Responsible Journalism Does Not Censor Community Voices

Two weeks ago, several editors at the Review, myself included, made the choice to publish an interview with Lorain County Republican Chairman David Arredondo. Sam Beesley’s article “Arredondo Interview Harmful, Offensive” criticizes the Review for publishing the interview, claiming that the interview was offensive and should not have been published. I disagree with this critique, and I want to make clear that the choice to publish the interview was made thoughtfully and with consideration of our journalistic values. 

One of the reasons I became interested in working in student journalism is because of my belief in the importance of a free press. While Beesley criticizes the publication of the interview as a “dangerous step to the right,” I believe that a free press is critical to preserving democracy, and this is especially important in a town as small as Oberlin. The Review is a unique space on campus that brings together dialogue between students, College administrators, and community members in a way no other campus or community publication does. These conversations can’t occur if we don’t allow a large segment of our population to speak. As an editor, it is not my job to police the beliefs of the people we report on, but instead deliver information as fairly and truthfully as possible.  

I believe that it was important to publish Arredondo’s words because of the audience that the Review publishes for. Although the Review is a college newspaper, it is also the sole paper of record for the City of Oberlin, serving a unique role that most college papers do not. Because we represent voices beyond the Oberlin student body, we are constantly telling stories about challenges and triumphs in the wider Oberlin community including coverage on community members, the local schools, the city government, and even local political leaders. In addition, as an editor, I am constantly aware of another unique aspect of the College — most students are guests in the town, which is drastically different from our own “Oberlin bubble.” Part of living in a community that is not your own means holding space for voices you may disagree with, and I try to reflect that in my work at the Review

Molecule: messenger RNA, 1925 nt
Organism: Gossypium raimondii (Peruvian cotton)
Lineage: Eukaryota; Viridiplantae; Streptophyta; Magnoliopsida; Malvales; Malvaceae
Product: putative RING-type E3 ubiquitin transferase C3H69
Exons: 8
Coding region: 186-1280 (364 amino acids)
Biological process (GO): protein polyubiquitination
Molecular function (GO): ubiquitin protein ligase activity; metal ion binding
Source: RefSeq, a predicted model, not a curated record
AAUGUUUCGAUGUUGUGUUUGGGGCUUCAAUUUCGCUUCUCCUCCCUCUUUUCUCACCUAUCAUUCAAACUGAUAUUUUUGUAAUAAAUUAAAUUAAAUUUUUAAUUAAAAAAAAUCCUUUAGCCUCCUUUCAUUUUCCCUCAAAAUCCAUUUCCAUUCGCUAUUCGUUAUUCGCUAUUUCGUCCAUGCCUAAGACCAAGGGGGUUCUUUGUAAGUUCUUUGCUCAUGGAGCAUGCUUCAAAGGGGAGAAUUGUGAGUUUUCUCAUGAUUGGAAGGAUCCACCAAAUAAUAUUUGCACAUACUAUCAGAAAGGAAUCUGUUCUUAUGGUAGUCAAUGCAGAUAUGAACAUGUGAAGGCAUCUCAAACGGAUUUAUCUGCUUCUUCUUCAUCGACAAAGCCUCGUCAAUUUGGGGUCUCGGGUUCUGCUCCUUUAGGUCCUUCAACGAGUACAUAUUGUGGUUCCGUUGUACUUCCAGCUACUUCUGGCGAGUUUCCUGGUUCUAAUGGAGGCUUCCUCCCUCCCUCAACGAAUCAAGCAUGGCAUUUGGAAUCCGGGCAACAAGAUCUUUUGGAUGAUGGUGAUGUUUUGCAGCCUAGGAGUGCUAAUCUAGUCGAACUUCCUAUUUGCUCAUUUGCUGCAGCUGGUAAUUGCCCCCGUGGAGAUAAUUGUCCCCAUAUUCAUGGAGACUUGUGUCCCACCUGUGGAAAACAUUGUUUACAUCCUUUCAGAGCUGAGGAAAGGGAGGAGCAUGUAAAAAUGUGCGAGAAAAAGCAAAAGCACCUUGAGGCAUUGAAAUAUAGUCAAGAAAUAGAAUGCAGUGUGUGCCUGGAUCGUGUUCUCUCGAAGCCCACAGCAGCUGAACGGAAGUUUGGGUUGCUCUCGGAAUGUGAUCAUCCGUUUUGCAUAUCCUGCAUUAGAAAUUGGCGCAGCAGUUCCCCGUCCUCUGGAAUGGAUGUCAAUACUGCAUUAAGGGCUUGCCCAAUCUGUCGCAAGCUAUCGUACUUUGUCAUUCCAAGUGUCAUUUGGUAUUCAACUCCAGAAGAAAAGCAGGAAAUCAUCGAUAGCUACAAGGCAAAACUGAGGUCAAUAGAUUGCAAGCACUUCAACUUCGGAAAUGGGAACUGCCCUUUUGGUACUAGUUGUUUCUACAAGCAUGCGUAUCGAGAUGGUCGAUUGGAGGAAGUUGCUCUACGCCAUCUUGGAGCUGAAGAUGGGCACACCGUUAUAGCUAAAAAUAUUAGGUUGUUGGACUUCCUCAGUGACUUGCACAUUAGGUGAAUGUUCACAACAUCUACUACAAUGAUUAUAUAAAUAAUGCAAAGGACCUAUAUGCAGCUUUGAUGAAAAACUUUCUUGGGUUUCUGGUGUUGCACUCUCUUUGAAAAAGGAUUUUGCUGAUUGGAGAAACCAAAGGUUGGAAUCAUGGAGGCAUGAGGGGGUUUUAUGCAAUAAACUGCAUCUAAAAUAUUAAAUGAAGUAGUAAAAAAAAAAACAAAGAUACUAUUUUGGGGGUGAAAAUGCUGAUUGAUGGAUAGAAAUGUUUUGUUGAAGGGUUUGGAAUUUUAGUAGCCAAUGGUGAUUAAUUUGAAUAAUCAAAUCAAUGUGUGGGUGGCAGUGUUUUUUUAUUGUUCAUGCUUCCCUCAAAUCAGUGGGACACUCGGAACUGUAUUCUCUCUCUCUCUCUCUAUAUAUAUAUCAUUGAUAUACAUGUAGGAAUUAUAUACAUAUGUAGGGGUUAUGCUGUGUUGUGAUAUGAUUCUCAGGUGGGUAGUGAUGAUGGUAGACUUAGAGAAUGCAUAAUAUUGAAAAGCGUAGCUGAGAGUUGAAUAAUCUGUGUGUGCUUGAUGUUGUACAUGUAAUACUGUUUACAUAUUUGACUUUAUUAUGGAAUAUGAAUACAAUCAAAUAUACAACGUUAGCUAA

I also believe that the Review does work hard to “promote voices usually ignored by our white supremacist society.” Such a claim shows a blatant disregard for the diverse voices that do consistently appear in our paper. For example, the writer ignores that we consistently publish powerful writing from students of color, which is readily apparent in our weekly coverage. It’s also disheartening to hear such a strong response to a voice you might disagree with in our newspaper in the same semester that students could barely muster a response to our coverage of the allegations of Professor of Religion and Nancy Schrom Dye Chair in Middle East and North African Studies Mohammad Jafar Mahallati. If students really are concerned about dismantling white supremacist society, they should pay these issues as much attention as they do an interview with community leader they disagree with. 

We published the interview with Arredondo to promote a much-needed dialogue between students and community members in this town. I am excited to hear that students read the interview and have thoughts on it, but we do not exist in a vacuum. There is value in making a diversity of opinions available to the public. It is up to the individual student if they want to read or sit this one out. The fact that the interview has been in the top five most-read articles on our website for the last three weeks is evidence that students and community members are curious about the thoughts of a prominent leader in our county — whether or not they agree with the opinion.